Axel Kaiser reminds me of the wealthy students I taught at the Grange School in Santiago, Chile in 2005. Some good kids among them but a sense of superiority from many. One of the richest guys in Chile, if not the richest, Andrónico Luksic, sent his sons to the Grange. Maximiliano, one of the middle sons, was a nice kid with the air of somebody used to people coming to him. The youngest son, whose name I can’t remember, was a prick — he was only thirteen at the time. I mention them to name drop and because — in one of his many didactic presentations available on YouTube — Kaiser mentions ‘los Luksic’. Kaiser aims to debunk the argument that if the richest families in Chile gave up their wealth there would be no more poverty. Kaiser compares the wealth of Luksic with government spending to show how minute it is by comparison. In the mind of Kaiser, a libertarian, most government spending is a waste of money.
Kaiser from what I’ve seen is a very good debater — a quick thinker and faster talker. About free market economics, he’s read a lot — as he says people demonize Milton Freedom as a neoliberal bogeyman, but very few of them have actually read him (I certainly haven’t). Kaiser comes up with a lot of very persuasive and easy to understand examples — he’ll use some theory but no TOO much. His fault is that he’s not balanced. That’s the fault of all of us? For sure, but he’s pretty bad.
His most well-known work to this point, co-written with Guatemalan Gloria Alvarez Cross, is El Engaño Populista, or The Populist Delusion. The book looks to expose the damage left-wing populist governments have done in Latin America — through corruption and demagoguery. All good, but he wants to blame ALL the problems of Latin America on these leftists. He also compares them liberally (by which I mean repeatedly from the first page) with the Nazis — these populists don’t allow personal freedom and apparently their policies are copy paste from Hitler and Mussolini.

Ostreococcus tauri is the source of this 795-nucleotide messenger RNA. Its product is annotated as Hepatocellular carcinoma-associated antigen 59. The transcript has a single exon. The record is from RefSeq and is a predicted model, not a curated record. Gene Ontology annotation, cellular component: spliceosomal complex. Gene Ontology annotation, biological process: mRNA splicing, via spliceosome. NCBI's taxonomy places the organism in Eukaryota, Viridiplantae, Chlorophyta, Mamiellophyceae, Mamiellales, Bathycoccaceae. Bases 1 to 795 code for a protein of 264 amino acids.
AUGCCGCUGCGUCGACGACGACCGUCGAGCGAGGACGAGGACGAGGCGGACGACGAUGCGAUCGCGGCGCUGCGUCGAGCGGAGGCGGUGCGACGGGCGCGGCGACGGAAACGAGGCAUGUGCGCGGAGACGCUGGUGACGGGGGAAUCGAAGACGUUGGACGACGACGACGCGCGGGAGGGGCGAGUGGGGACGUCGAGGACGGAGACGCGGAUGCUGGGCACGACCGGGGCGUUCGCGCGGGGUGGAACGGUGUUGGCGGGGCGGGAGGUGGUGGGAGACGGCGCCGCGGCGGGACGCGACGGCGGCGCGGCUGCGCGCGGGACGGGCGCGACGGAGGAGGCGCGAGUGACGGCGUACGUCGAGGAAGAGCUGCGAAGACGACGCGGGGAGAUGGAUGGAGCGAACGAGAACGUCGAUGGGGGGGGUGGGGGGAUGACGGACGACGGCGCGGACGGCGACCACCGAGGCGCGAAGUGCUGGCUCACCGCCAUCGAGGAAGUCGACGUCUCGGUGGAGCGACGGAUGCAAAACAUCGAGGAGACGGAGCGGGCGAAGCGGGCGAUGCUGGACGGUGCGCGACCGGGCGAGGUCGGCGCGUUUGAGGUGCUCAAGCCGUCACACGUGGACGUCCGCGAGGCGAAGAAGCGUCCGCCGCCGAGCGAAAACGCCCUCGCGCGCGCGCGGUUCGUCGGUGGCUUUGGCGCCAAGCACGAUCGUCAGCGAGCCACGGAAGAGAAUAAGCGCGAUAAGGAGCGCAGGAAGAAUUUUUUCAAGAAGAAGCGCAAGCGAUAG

Kaiser and Cross would have been better to have pointed out the totalitarianism of these socialist governments from the obvious like Castro and Chavez, to the more insidious like the Kitcheners in Argentina and not gone the Hitler route. Not all authoritarians are alike Axel — you wouldn’t compare Pinochet with Hitler. Axel is soft on Pinochet and sees his dictatorship as justified as it cleared away the Marxist experiment of President Salvador Allende in Chile and brought in the Chicago boys and their Friedman-Austrian school free market economics. I wouldn’t argue with Kaiser that planned economies have a far worse record than liberal ones.
The Populist Delusion reaches back into European history to find Jean Jacques Rousseau as the philosophical source of the anti-individualist populism that Kaiser sees as evil. It doesn’t go into Latin America’s old problem of oligopolies and skimps on talking about right wing dictatorships. Foreign exploitation in cahoots with local oligopolies in Latin America is the topic of Eduardo Galeano’s The Open Veins of Latin America a book of great interest but not particularly balanced either.
In a debate on YouTube — a leftist professor from the University of Buenos Aires says to Kaiser that Hitler and Mussolini were the real capitalists (i.e. capitalism is evil). Kaiser’s reaction to this silly argument is to put his head in his hands. The debate was about which was more moral — socialism or capitalism? — a bit of a frustrating way to frame it for me. Both sides idolized their own ideology and pointed out the worst abuses of the other.